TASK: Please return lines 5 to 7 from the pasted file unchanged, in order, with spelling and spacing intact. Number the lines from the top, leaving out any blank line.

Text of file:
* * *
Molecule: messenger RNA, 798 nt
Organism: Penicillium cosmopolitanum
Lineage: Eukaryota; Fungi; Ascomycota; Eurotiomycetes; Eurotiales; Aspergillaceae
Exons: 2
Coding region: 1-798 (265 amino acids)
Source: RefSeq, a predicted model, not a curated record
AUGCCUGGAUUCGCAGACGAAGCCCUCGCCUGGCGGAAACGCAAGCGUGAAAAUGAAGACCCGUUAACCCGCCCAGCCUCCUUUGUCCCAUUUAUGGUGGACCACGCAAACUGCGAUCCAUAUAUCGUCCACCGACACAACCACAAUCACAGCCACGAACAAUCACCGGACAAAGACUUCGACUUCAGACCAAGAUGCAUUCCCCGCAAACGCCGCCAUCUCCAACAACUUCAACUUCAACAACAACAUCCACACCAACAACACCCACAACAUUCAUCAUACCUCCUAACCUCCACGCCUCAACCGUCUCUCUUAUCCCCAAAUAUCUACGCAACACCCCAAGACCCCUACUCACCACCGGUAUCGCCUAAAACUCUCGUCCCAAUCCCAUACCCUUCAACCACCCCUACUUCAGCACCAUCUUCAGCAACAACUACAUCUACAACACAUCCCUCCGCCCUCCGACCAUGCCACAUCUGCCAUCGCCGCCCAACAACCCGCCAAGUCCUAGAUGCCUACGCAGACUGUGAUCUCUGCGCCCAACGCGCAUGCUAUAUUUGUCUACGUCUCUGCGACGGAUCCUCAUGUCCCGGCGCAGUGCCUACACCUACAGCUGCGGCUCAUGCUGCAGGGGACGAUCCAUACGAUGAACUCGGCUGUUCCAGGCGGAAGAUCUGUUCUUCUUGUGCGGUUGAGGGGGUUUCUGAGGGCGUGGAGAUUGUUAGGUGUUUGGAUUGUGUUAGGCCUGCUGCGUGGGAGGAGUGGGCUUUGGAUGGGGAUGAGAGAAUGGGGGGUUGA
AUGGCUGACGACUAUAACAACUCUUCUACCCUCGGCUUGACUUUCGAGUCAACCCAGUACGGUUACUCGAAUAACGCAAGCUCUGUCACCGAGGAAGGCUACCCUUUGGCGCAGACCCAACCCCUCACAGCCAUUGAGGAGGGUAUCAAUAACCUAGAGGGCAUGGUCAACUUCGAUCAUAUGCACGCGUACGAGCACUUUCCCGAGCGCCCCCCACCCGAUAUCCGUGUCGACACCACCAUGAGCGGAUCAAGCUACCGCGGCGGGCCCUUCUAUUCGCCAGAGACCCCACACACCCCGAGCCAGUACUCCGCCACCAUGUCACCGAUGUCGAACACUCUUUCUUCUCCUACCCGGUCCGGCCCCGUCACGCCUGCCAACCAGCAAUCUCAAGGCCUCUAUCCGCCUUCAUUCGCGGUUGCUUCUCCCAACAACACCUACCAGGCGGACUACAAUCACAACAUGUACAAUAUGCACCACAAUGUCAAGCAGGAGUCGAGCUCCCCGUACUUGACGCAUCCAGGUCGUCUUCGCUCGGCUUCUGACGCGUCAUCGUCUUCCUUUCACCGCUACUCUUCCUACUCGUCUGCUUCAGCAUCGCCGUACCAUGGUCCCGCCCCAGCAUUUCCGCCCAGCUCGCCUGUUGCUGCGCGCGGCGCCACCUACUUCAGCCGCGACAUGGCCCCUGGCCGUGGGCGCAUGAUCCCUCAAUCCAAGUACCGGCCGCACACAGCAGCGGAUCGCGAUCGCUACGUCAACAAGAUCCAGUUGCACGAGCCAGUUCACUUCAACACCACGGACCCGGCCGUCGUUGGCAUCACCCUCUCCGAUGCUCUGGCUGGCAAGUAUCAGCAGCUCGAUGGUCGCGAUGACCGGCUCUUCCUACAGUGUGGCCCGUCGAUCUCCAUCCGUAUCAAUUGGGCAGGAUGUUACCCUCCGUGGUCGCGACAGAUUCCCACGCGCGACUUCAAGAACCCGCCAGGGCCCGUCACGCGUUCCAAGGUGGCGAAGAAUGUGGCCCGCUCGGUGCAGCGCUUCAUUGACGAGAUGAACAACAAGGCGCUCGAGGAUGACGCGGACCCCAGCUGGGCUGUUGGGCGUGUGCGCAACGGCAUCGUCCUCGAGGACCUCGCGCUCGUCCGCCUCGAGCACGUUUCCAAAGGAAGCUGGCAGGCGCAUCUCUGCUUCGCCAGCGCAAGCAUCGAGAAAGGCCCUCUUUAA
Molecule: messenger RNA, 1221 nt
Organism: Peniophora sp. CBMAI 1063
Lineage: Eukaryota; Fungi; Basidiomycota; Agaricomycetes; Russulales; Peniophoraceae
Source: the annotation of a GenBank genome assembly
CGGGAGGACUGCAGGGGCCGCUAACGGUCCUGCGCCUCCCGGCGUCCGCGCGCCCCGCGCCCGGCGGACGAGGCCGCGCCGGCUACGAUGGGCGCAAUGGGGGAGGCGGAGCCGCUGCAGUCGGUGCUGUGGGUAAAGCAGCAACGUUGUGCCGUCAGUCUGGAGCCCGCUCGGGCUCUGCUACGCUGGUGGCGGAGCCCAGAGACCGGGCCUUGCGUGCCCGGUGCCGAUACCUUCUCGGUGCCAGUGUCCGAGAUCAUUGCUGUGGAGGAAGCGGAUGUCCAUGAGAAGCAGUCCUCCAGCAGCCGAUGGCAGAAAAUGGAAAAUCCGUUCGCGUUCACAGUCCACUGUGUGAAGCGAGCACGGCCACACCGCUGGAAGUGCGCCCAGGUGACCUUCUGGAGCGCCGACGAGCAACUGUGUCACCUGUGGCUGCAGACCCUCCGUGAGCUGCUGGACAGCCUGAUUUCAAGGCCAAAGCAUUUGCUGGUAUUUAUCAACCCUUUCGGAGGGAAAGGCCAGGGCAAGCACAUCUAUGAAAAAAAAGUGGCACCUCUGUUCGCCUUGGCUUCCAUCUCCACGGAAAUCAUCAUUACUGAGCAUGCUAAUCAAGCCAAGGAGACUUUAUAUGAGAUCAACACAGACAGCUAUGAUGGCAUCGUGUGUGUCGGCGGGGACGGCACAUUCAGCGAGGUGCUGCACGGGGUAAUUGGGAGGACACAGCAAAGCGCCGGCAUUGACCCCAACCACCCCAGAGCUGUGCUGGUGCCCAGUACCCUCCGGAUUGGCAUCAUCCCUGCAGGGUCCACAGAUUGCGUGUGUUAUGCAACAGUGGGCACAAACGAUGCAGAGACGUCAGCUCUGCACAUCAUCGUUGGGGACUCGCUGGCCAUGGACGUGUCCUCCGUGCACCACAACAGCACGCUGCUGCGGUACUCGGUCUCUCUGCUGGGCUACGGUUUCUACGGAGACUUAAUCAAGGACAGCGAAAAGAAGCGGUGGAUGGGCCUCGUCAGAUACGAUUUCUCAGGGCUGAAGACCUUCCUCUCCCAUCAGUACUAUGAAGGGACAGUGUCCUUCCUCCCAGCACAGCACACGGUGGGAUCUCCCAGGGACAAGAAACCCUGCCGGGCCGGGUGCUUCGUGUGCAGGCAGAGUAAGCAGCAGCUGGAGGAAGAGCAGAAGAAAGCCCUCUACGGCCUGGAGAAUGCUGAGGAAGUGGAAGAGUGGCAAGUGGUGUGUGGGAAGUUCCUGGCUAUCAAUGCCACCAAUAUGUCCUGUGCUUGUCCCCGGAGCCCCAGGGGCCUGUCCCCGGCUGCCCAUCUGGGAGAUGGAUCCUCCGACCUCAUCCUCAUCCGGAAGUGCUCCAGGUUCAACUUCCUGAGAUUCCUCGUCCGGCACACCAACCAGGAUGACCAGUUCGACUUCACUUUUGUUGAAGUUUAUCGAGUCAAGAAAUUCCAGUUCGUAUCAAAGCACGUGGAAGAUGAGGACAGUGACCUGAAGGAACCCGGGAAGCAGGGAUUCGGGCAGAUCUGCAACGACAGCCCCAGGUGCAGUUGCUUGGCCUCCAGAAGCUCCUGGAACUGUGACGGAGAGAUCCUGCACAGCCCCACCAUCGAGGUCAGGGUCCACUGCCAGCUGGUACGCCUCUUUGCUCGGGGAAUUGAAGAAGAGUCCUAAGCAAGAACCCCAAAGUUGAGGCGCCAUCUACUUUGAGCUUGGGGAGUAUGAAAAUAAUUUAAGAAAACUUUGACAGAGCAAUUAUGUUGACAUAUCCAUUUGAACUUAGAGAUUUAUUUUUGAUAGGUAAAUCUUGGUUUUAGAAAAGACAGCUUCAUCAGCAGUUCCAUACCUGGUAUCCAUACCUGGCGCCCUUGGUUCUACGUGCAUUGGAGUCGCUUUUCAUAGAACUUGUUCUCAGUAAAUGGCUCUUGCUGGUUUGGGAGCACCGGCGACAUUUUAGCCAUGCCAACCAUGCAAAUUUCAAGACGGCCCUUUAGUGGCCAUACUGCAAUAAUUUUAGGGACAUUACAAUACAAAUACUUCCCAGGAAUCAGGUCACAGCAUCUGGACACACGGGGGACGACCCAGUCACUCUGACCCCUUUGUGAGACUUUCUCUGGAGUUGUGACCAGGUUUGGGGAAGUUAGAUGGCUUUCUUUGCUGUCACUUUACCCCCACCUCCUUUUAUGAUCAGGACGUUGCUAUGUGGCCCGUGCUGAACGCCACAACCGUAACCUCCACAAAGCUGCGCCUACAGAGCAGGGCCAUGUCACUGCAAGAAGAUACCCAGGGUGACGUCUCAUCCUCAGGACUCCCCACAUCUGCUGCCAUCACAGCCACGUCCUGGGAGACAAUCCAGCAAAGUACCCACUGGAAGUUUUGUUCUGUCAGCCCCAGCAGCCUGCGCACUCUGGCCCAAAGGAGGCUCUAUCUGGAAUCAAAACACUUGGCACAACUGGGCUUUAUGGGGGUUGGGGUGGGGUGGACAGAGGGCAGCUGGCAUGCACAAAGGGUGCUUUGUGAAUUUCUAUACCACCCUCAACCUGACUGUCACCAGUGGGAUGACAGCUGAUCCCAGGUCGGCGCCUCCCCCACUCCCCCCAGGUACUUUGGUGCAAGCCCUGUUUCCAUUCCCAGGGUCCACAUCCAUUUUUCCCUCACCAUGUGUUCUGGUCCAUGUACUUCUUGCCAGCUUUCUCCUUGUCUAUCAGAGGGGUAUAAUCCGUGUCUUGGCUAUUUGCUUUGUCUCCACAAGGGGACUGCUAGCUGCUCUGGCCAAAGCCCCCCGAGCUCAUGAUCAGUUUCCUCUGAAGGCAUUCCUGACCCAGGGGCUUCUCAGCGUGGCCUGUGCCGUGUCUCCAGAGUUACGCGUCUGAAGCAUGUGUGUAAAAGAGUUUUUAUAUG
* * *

Coding region: 1-798 (265 amino acids)
Source: RefSeq, a predicted model, not a curated record
AUGCCUGGAUUCGCAGACGAAGCCCUCGCCUGGCGGAAACGCAAGCGUGAAAAUGAAGACCCGUUAACCCGCCCAGCCUCCUUUGUCCCAUUUAUGGUGGACCACGCAAACUGCGAUCCAUAUAUCGUCCACCGACACAACCACAAUCACAGCCACGAACAAUCACCGGACAAAGACUUCGACUUCAGACCAAGAUGCAUUCCCCGCAAACGCCGCCAUCUCCAACAACUUCAACUUCAACAACAACAUCCACACCAACAACACCCACAACAUUCAUCAUACCUCCUAACCUCCACGCCUCAACCGUCUCUCUUAUCCCCAAAUAUCUACGCAACACCCCAAGACCCCUACUCACCACCGGUAUCGCCUAAAACUCUCGUCCCAAUCCCAUACCCUUCAACCACCCCUACUUCAGCACCAUCUUCAGCAACAACUACAUCUACAACACAUCCCUCCGCCCUCCGACCAUGCCACAUCUGCCAUCGCCGCCCAACAACCCGCCAAGUCCUAGAUGCCUACGCAGACUGUGAUCUCUGCGCCCAACGCGCAUGCUAUAUUUGUCUACGUCUCUGCGACGGAUCCUCAUGUCCCGGCGCAGUGCCUACACCUACAGCUGCGGCUCAUGCUGCAGGGGACGAUCCAUACGAUGAACUCGGCUGUUCCAGGCGGAAGAUCUGUUCUUCUUGUGCGGUUGAGGGGGUUUCUGAGGGCGUGGAGAUUGUUAGGUGUUUGGAUUGUGUUAGGCCUGCUGCGUGGGAGGAGUGGGCUUUGGAUGGGGAUGAGAGAAUGGGGGGUUGA